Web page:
THE State Government's promised coal seam gas liaison officer arrived in Casino this week, but was it a case of too little too late following Metgasco's recent suspension of activities in the Northern Rivers?
Not so according to Steve Cozens, a former government project officer and geologist specialising in CSG and petroleum exploration.
"I think there's a fair bit of CSG exploration going on in the state but this is a good centre because Metgasco has carried out an extensive project here and we think the government's position needs to be explained," he said.
"The government doesn't think a lot of people are that aware of what's entailed with coal seam gas exploration and production and what we're doing with the new regulations."
The appointment is not a permanent placement as previously expected, but rather part of a rotating group of eight who will travel to regions across NSW where coal seam gas production is planned or under way.
Mr Cozens said his department's role was to "explain the state regional land use plans, the gateway process that was a part of that, and also the changes to the mining SEPP that produced the new regulations such as the 2km exemption of certain industry clusters and a raft of other things".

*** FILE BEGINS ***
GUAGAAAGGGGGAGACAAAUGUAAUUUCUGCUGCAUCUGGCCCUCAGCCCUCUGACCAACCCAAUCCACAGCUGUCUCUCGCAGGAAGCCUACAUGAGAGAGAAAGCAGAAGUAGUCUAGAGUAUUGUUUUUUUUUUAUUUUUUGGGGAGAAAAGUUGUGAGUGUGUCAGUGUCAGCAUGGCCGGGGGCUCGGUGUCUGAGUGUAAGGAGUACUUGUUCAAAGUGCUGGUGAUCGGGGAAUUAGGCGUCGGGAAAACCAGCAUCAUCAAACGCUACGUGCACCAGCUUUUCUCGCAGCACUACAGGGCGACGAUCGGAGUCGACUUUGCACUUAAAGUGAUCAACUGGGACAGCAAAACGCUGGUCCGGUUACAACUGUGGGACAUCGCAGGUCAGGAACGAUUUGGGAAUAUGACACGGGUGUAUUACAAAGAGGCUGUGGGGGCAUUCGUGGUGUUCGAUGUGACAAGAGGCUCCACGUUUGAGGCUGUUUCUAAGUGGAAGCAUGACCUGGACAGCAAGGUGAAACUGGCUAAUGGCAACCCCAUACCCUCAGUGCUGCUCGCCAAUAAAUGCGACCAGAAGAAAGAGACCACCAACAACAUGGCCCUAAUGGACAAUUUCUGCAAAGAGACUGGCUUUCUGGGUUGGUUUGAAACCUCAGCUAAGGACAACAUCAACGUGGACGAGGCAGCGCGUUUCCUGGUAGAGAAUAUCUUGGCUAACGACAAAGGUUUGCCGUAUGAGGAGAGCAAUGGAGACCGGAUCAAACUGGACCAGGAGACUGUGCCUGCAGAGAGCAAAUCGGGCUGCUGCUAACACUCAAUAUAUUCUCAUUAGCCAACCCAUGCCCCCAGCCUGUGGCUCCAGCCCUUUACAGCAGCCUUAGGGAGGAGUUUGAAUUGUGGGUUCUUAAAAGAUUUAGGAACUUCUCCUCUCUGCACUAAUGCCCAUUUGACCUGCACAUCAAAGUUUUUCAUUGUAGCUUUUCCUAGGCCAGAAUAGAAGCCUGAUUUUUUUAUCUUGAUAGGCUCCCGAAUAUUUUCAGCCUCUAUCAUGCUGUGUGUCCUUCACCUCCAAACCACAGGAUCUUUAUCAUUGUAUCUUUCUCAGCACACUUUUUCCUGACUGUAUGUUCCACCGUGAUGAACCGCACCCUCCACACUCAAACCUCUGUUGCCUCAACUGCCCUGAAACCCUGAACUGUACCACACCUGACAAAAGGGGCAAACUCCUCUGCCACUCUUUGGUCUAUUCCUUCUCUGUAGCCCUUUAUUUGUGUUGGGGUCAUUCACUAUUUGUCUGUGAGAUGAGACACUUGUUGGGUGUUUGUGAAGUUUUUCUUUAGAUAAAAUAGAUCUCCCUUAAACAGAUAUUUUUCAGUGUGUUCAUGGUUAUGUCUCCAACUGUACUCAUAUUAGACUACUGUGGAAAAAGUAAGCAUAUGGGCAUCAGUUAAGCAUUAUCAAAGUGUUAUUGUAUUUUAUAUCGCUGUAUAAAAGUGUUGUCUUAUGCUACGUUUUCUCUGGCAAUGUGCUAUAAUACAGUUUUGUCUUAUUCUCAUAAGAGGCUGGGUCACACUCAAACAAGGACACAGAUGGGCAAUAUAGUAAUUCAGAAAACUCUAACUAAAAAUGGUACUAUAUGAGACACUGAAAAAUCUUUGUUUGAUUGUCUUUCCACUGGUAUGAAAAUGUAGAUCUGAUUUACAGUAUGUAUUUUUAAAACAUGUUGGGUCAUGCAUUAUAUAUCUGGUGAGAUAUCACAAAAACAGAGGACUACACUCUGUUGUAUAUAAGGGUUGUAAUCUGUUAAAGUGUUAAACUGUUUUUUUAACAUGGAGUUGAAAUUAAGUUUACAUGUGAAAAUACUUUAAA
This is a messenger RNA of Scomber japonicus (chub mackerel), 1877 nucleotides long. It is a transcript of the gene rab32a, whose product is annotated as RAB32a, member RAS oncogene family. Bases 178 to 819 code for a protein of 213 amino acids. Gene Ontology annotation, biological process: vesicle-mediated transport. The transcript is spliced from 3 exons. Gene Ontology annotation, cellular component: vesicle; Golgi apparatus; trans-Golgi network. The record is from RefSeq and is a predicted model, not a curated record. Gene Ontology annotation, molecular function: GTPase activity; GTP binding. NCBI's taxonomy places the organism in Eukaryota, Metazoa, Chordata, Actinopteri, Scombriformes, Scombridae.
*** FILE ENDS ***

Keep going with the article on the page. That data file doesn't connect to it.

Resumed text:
But it was a slow start for Mr Cozens, who arrived to an empty appointment book after a two-hour flight delay due to fog in Lismore.
He spent the day speaking with the Richmond Valley Council Mayor and general manager before a quick visit to Metgasco's Casino office.
"I think we need to increase the understanding of what's involved with coal seam gas and I don't think Metgasco considers they're completely finished here," Mr Cozens said.
"I believe my minister Chris Hartcher came up about three weeks ago and I think that's when the idea was first broached. The council was asked if they thought it was a good thing and they invited us to base a community liaison officer here."
Appointments to see the CSG liaison officer can be made at the Casino Community and Cultural Centre (phone 6662 1080) on Mondays, Tuesdays and Wednesdays into the foreseeable future.
"It's a bit of a trailblazing exercise," Mr Cozens said. "We still don't know if people are going to pour in or if it will just be dribs and drabs."
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